for ISKCON News on Oct. 29, 2010
Akhilananda Dasa (in the yellow shirt) with some happy customers and their new home altar
Growing up in the small town of Salem, Ohio, Alfred Fitch was always tinkering; practicing, although he didn’t know it yet, for his future self’s unique profession—building beautiful altars for homes and temples all over the USA and the world.
From the age of seven, he would build model airplanes and rockets, take apart and reassemble items around the house, and make his own molds by pouring plaster into raccoons’ footprints by the creek near his country home. He was also a good hand at carpentry—his paternal grandfather was a framer—and drawing and painting—his maternal grandfather was a fine artist.
Al’s training continued as a young man when, after spells as a counterculture activist, Vietnam war protester, hitchhiker and spiritual searcher, he joined ISKCON in 1971 and moved into the society’s Cleveland temple.
At only 21 years old, Al—now initiated by ISKCON’s founder Srila Prabhupada as Akhilananda Dasa—became the temple’s one and only maintenance man.
A natural handyman, he fixed the boiler, the lights, the plumbing, the toilets, and, after taking a mechanic’s course at the local college, the cars, too. He even helped gut and rebuild the entire temple room, adding a new tile floor, dry wall, sound insulation—and his first ever altar.
In 1973, it seemed as if Akhilananda would get a chance to develop his artistic side, when Srila Prabhupada requested that two devotees from every ISKCON temple be sent to Mayapur, India to learn the ancient Putul art of doll-making. He wanted them to make dioramas of Lord Krishna’s and Chaitanya Mahaprabhu’s pastimes to fulfill the desire of his guru, Bhaktisiddhanta Saraswati.
“I really wanted to go, and even got a tentative okay,” Akhilananda recalls. “I had got my shots and my passport and everything. Then suddenly the temple president said, ‘Oh, we need a new furnace. You can’t go. You’ll have to stay and install it.’”
So the dream was forgotten for a few years. Akhilananda married, and moved from Cleveland to Ann Harbor, Michigan, where he continued doing temple maintenance as well as some handywork for the general public to support himself and his wife.
Then came a new opportunity. In 1977, Akhilananda heard that ISKCON artists such as Bharadraja, Adideva, and Lochan were establishing a diorama museum called the First American Transcendental Exhibition (FATE) in Los Angeles. Wanting to help, he called them up.
“They didn’t need any more artists, but they did need a mold-maker,” says Akhilananda. “I told them, ‘I can do that,’ even though I wasn’t really sure if I could—the extent of my previous experience had been making molds of raccoon’s footprints as a child. But I had taught myself just about everything else, so I thought, ‘How hard can it be?’”
He packed up his little family—he now had a son, Mrikanda, and a daughter, Jahnavi (now Jvala-Mukhi Dasi)—and travelled to California to join FATE studios. As well as helping create the dioramas there, he also worked with sculptor Lochan Dasa, molding and producing over thirty life-sized Srila Prabhupada murti forms, which were shipped out to temples all over the world and are still worshiped today.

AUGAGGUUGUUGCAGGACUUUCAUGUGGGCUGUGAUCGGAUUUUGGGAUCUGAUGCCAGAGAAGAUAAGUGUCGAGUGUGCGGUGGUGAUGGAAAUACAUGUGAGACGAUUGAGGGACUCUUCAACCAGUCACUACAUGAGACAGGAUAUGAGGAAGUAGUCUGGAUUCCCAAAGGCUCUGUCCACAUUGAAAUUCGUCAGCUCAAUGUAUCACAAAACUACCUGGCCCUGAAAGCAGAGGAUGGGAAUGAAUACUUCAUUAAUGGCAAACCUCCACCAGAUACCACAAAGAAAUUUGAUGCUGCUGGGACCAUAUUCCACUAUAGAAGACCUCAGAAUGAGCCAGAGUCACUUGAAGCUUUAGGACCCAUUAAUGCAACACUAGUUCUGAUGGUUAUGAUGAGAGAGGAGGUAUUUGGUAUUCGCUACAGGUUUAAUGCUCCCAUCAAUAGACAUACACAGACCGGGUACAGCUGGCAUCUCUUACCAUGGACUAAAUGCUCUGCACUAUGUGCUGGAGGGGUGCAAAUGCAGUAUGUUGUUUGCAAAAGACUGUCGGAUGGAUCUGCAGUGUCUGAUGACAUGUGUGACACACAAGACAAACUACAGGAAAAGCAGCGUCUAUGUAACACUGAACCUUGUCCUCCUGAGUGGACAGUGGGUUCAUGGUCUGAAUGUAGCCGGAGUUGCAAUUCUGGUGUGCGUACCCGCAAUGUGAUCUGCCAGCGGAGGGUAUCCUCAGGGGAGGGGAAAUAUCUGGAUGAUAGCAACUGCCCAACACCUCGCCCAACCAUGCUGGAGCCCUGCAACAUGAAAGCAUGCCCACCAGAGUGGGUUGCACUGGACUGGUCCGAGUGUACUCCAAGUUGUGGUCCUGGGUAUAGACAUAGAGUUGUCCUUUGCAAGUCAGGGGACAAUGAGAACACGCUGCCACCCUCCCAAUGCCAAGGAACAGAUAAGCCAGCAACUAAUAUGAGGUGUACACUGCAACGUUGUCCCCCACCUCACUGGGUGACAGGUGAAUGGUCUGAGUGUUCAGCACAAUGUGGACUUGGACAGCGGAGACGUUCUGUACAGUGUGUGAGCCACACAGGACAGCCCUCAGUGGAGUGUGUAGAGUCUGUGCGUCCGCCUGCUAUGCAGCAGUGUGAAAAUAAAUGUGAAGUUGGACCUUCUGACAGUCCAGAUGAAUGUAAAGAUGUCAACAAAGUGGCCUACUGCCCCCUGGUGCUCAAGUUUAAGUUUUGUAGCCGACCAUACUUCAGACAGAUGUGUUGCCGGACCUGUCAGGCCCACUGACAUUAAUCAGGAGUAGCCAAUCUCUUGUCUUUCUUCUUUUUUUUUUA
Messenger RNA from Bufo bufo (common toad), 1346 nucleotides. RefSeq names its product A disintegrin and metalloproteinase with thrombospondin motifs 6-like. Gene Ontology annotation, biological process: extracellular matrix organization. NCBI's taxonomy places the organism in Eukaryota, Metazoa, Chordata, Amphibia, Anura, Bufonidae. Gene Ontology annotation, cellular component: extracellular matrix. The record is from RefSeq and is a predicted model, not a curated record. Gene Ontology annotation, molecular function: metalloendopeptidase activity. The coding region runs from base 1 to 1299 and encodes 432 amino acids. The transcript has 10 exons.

Akhilananda’s next project was Detroit’s FATE museum, where he molded more stunning dioramas of Krishna’s pastimes, and constructed technical features including a turntable that revolved the Changing Bodies and Birth of Lord Krishna exhibitions. Both FATE museums were a big draw and are still being used today.
“In 1984, I moved back to my home town of Salem, Ohio to help take care of my father, who was suffering from Alzheimer’s,” Akhilananda says. “By then, we had had two more children—Rasikananda and Krishnaa—and I spent the next twelve years supporting my family with my own handyman contracting business called Al Fix It.”
It wasn’t until 1996—after remarrying to Jean Marie, a Catholic woman favorable to Krishna consciousness—that Akhilananda finally got to visit India. Upon returning, another dream of his was fulfilled. He heard that Desire Tree Studios—a devotee business operating out of New Vrindaban that made altars for homes and temples—was for sale, and purchased it almost immediately.
“I had always been interested in reproducing those beautiful highly carved teakwood altars from India,” he says. “I would sit in Bhagavatam class drawing their incredible detail. So I was delighted that Krishna had given me a chance to do that.”
Akhilananda began to produce a home altar called “the Rasa-lila,” which, at 27 inches wide and 42 inches high, was perfect for any home Deities and extremely popular with members of the Hindu community. Its beautifully carved domes, pillars, and bases featured ornate floral detail, and its shining gold and silver look was achieved through a special process pioneered in ISKCON by the New Vrindaban devotees and kept a closely guarded secret.
“I also made, and still make, altars for ISKCON temples,” says Akhilananda. “My first was a three-section, eleven-foot wide altar for Sri-Sri Gaura Nitai, Sri-Sri Radha-Madhava, and Sri Nathji in Phoneix, Arizona in 1997. I also built a custom Rasa-lila altar for the Jagannath, Baladeva and Subhadra in Columbus, Ohio, and a five-foot wide altar with a faux wood finish and a marble base for Indranuja Dasa in Kansas, who used his home as a temple and held regular Krishna conscious gatherings there.”
Akhilananda’s distinctive altars are familiar to devotees all over the US. And in the past eight years, they’ve become even more recognizable as regular congregational gatherings in devotees’ homes, called nama-hatta or bhakti-vriksha, have increased, and with them, the purchase of altars to create a more spiritual atmosphere.